Scotland’s University of Stirling postdoctoral researcher Simão Zacarias is the recipient of the eighth annual Global Aquaculture Innovation Award, sponsored by Lineage Logistics, the Global Aquaculture Alliance announced on October 19. He edged out Pablo Berner of Nuseed and Mark Luecke of Prairie AquaTech to win the competition.
Zacarias’ work zeroed in on the common – and, in animal-welfare circles, contentious – shrimp-hatchery practice of unilateral eyestalk ablation. His research debunked the notion that the practice results in higher egg production and showed that it actually escalates disease vulnerability.
Zacarias proved in laboratory testing that postlarvae and juveniles from non-ablated Pacific white shrimp broodstock showed higher survival rates when they were challenged with two key diseases. He also proved that a similar egg production rate can be attained without resorting to eyestalk ablation by giving broodstock, in their pre-maturation stage, high quality, nutritious feed.
In addition to the University of Stirling, Zacarias’ work was supported by Benchmark Holdings, Labeyrie Fine Foods, Seajoy and SyAqua, among others.
“This year’s innovation award is a heartwarming example that breakthroughs can be driven by a single dedicated student enabled by the right collaborative opportunity. Our hats go off to Dr. Zacharias for his life-changing decision to venture far from Mozambique and persevere in his goals, to Dr. David Little of University of Stirling who opened the doors and showed him the way, and to the commercial collaborators at Seajoy in Honduras and Benchmark in Thailand, who welcomed him to use their tools,” said GAA President and Founder George Chamberlain, one of five judges for the competition.
“It is an honor to win this prestigious award, mainly as the first African to get it. This award reminds me to never give up in chasing my dreams even when they seem impossible,” said Zacharias. “I also think that it is a direct message to the shrimp and aquaculture industry as a whole to keep adopting stronger animal welfare practices.”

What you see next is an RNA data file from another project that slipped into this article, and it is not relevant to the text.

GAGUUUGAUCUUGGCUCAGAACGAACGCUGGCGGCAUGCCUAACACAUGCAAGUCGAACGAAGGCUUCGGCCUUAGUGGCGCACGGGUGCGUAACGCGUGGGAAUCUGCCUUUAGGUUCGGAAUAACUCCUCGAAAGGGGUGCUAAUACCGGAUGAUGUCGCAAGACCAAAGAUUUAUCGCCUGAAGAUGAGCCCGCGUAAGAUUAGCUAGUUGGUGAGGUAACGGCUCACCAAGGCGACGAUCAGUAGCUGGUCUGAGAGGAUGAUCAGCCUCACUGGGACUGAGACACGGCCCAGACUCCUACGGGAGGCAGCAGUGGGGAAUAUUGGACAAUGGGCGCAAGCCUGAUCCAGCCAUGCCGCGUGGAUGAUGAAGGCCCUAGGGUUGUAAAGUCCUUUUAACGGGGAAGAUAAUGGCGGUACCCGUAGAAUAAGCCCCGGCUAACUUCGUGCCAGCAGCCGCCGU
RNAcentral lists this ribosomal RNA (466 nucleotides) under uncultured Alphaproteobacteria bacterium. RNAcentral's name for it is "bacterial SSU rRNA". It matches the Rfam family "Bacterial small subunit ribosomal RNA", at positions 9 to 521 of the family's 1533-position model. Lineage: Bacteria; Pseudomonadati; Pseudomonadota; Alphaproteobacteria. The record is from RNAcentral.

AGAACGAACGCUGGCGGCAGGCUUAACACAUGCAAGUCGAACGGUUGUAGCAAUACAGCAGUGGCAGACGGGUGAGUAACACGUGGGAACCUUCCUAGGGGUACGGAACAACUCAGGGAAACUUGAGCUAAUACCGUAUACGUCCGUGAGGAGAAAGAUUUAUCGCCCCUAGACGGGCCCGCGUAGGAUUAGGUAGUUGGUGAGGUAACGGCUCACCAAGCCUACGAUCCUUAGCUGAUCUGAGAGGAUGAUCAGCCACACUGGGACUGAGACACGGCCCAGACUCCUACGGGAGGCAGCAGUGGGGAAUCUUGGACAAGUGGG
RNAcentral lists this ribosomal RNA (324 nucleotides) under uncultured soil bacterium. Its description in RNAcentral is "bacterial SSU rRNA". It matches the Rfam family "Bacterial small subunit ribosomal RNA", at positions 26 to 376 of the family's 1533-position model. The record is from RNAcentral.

Only nine votes separated Zacarias from the runner-up. Berner’s ag-tech company uses genetic engineering to turn canola plants into prolific producers of omega-3 oils and other nutritionally important fatty acids. Nuseed’s product is called Aquaterra.
Luecke’s Praire AquaTech produces ME-PRO, a plant-based protein ingredient for aquaculture feeds manufactured in South Dakota that has two primary goals – sustainability and digestibility. ME-PRO is short for “microbially enhanced protein.”
In 2012, GAA established the Global Aquaculture Innovation Award to recognize individuals and companies finding new solutions to the key challenges facing aquaculture. This year, GAA received a total of 30 applications from 17 countries – Belgium, Canada, Chile, Denmark, India, Indonesia, Israel, Malaysia, Mexico, the Netherlands, Norway, Panama, Spain, United Kingdom, United States, Tanzania and Thailand.
The competition is coordinated by GAA Standards Coordinator Dan Lee. In addition to Lee and Chamberlain, the judges are existing and former GAA Standards Oversight Committee members Alejandro Buschmann of i-mar Research and the Development Center of Coastal Resources and Environments; Dawn Purchase of the Marine Conservation Society; and Michael Tlusty of the University of Massachusetts-Boston. For the third consecutive year, the winner was selected by an audience vote.
Applications for the ninth annual Global Aquaculture Innovation Award will be accepted beginning in the spring. GAA’s GOAL 2021 conference is scheduled to be held in Tokyo, Japan, from October 25-28.